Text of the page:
So, when the inheritance cheque arrived I knew one thing I wanted to do with it. I wanted to buy an instrument. I wanted to buy a piano. This was not because I can play piano, as I can't. In fact, I can't play a single instrument, I sing only when alone and then entirely off-key, and I am quite profoundly tone-deaf. No, the piano was not for me. It was for my daughter.

We found a beautiful piano, a lovely upright grand of the highest quality. We had it delivered to our home, and I found a piano teacher for my daughter. I hoped she would enjoy it, but what I hadn't expected was that she would, in fact, be musical. Now, my husband is also musically inclined, so I suppose I should have considered the possibility, but when she showed an aptitude for reading music and playing I was amazed.

She took to the piano quickly. She went gradually over the years from 1/2 hour lessons weekly to one hour long lessons. She did recitals and Royal Conservatory exams, but this past year I was saddened when it seemed her interest was diminishing. I feared the legacy I had so desired might be dying. I wanted this gift from her grandfather to her to be one she cherished, and I was heartbroken.

After some talking, though, I learned that what she was objecting to were the recitals and the exams. She enjoyed learning music, and learning to play - but she wanted to play simply for pleasure, not for grades or accolades. I spoke to her piano teacher, and, as of next year, she will no longer do exams or even recitals. I never wanted or expected her to be a concert pianist. I always simply wanted her to be able to walk into a room, spy a piano, and sit down and play a favourite piece. The funny thing is that this is exactly what she wants, too - and it is exactly what my father did. He would often play when no one else was around to hear, not for applause but rather because he loved music. It seems that legacy is not only alive and well but runs deeper than I thought.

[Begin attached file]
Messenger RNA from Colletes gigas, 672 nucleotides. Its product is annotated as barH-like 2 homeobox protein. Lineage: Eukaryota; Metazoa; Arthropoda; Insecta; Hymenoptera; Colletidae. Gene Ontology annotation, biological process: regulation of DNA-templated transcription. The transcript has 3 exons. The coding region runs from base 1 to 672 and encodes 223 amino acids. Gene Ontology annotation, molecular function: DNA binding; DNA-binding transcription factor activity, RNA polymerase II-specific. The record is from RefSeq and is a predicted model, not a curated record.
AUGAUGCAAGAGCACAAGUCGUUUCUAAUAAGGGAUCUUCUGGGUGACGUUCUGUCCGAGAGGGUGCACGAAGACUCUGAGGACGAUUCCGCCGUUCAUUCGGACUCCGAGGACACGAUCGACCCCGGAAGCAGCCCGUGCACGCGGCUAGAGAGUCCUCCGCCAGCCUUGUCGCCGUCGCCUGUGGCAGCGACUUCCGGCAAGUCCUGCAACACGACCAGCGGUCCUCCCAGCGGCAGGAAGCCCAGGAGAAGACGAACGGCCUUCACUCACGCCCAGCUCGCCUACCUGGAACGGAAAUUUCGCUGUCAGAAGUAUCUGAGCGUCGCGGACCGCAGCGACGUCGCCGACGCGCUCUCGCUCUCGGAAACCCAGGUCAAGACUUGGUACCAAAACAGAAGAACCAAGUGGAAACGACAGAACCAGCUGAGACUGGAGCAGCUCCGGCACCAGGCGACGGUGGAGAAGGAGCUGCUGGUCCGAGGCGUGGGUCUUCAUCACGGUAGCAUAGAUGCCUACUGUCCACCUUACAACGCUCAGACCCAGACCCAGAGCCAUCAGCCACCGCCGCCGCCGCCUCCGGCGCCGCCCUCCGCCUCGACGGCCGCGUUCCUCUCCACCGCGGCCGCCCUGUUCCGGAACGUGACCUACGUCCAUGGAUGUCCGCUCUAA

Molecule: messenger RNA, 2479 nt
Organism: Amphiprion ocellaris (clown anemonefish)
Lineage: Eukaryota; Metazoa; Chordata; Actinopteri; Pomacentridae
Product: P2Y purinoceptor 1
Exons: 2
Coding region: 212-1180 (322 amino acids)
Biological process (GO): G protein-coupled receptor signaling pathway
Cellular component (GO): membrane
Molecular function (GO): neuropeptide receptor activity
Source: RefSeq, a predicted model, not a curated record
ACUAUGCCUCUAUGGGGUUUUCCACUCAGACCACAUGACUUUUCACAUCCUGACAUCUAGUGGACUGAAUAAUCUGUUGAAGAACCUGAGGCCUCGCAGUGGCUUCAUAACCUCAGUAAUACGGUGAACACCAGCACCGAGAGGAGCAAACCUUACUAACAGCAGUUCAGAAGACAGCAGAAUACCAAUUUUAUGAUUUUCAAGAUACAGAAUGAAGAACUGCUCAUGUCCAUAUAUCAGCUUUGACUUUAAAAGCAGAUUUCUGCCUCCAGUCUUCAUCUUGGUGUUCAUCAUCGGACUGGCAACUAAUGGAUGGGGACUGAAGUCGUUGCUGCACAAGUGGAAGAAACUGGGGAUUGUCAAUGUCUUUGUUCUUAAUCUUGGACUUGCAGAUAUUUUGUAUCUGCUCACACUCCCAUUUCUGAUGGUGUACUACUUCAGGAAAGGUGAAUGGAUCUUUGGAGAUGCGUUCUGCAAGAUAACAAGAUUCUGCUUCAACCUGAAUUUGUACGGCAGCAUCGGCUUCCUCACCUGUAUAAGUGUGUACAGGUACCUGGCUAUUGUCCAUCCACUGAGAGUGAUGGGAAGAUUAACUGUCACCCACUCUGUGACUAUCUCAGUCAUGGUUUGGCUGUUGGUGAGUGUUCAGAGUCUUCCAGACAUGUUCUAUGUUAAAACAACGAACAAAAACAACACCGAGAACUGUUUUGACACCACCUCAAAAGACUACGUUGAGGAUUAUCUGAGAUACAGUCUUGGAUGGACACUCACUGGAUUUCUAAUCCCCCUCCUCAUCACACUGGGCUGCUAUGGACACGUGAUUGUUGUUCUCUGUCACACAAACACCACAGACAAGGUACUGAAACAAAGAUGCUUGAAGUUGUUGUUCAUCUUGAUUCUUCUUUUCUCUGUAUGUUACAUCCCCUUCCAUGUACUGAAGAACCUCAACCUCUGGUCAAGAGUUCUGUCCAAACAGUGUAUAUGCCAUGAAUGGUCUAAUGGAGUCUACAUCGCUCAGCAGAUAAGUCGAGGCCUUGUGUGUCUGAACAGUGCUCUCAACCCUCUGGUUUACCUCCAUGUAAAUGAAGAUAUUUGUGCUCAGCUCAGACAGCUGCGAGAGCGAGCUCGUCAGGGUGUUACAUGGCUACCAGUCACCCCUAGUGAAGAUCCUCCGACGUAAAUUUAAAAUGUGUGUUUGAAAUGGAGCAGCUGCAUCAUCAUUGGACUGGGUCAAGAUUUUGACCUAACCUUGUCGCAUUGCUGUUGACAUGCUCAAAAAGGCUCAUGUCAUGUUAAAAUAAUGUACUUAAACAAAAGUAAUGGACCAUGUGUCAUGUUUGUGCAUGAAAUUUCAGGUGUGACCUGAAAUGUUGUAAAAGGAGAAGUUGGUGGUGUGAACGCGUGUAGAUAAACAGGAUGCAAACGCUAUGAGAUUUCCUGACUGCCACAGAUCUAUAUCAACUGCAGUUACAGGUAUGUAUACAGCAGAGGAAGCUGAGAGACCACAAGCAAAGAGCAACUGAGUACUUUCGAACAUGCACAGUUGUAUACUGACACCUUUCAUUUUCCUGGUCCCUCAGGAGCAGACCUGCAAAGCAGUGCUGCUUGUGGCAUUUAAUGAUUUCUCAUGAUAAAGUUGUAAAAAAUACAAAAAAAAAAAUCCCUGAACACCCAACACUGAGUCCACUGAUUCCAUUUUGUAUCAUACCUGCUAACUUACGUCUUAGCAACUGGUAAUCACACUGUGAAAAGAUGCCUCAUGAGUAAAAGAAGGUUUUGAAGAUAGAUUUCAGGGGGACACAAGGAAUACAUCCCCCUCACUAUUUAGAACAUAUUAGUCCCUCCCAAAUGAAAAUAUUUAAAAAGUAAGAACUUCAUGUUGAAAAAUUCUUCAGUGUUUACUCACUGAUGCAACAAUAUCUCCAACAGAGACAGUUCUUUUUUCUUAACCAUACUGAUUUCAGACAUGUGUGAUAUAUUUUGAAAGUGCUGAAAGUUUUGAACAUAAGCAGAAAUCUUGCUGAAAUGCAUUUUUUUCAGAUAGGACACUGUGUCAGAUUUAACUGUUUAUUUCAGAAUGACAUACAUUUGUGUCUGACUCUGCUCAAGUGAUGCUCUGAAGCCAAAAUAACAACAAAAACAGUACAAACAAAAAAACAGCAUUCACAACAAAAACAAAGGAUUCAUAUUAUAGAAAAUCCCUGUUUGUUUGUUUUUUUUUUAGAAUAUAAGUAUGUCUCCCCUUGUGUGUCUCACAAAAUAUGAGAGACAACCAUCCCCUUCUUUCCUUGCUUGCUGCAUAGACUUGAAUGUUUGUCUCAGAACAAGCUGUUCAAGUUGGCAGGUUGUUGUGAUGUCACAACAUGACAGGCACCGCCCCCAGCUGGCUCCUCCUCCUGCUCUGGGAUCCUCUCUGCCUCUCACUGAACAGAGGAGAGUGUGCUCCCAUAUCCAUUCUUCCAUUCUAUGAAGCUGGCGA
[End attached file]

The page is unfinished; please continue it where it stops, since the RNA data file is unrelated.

Last night my daughter was restless and unable to sleep. She came into our room to chat a bit, and as it was quite late we sent her back to her room to try again. Before she went to her room, however, I heard the scrape of the piano bench, and then she began to play one of her favourite pieces. My husband sighed a bit but I looked at him and said "You know, even if she wanted to play at 2 AM it would be okay with me". And it would be, dear friends, because it is the legacy I desired and hoped for coming to life. Her grandfather would be so very proud. I know I am.

New Beginnings 2007

Sunday, June 12, 2011

Irish Vs. Canadian

Lough Corrib, Cong, County Mayo, Ireland

Harbourfront, Vancouver, British Columbia, Canada

When I was in Vancouver two months ago I was having dinner with a large group. The group consisted of my sisters, my aunt, a nephew who lives in Vancouver, and a gentleman friend of mine who also lives in Vancouver. My friend was kindly serving as the tour guide for our group that evening. My sisters were commenting on what a lovely city Vancouver is, and my gentleman friend (who grew up in South Africa and has travelled all over the world) told them that he believes it is the best city on the planet. I, in my typical argumentative way, begged to differ and said that I would argue for some other cities, including places like Cork in Ireland. My friend is the sort who loves a good "wind up", as the English say, so I knew his next statement would be interesting. He looked at me and stated that the problem with Cork is that it's full of the Irish as opposed to Vancouver which is full of Canadians, and really, who would I rather be with, Irish or Canadians?

One of my sisters looked at my friend with shock. She told my friend that she couldn't believe he'd just said that - didn't he know that I believed I AM Irish? He snorted and replied that this was exactly why he'd said it, and he challenged me to write about whether I'd prefer to live in a city full of Canadians or full of the Irish. It's taken me a couple of months and some thinking, but here's my reply : it doesn't matter, because aside from geography and accent the Irish and Canadians are practically the same.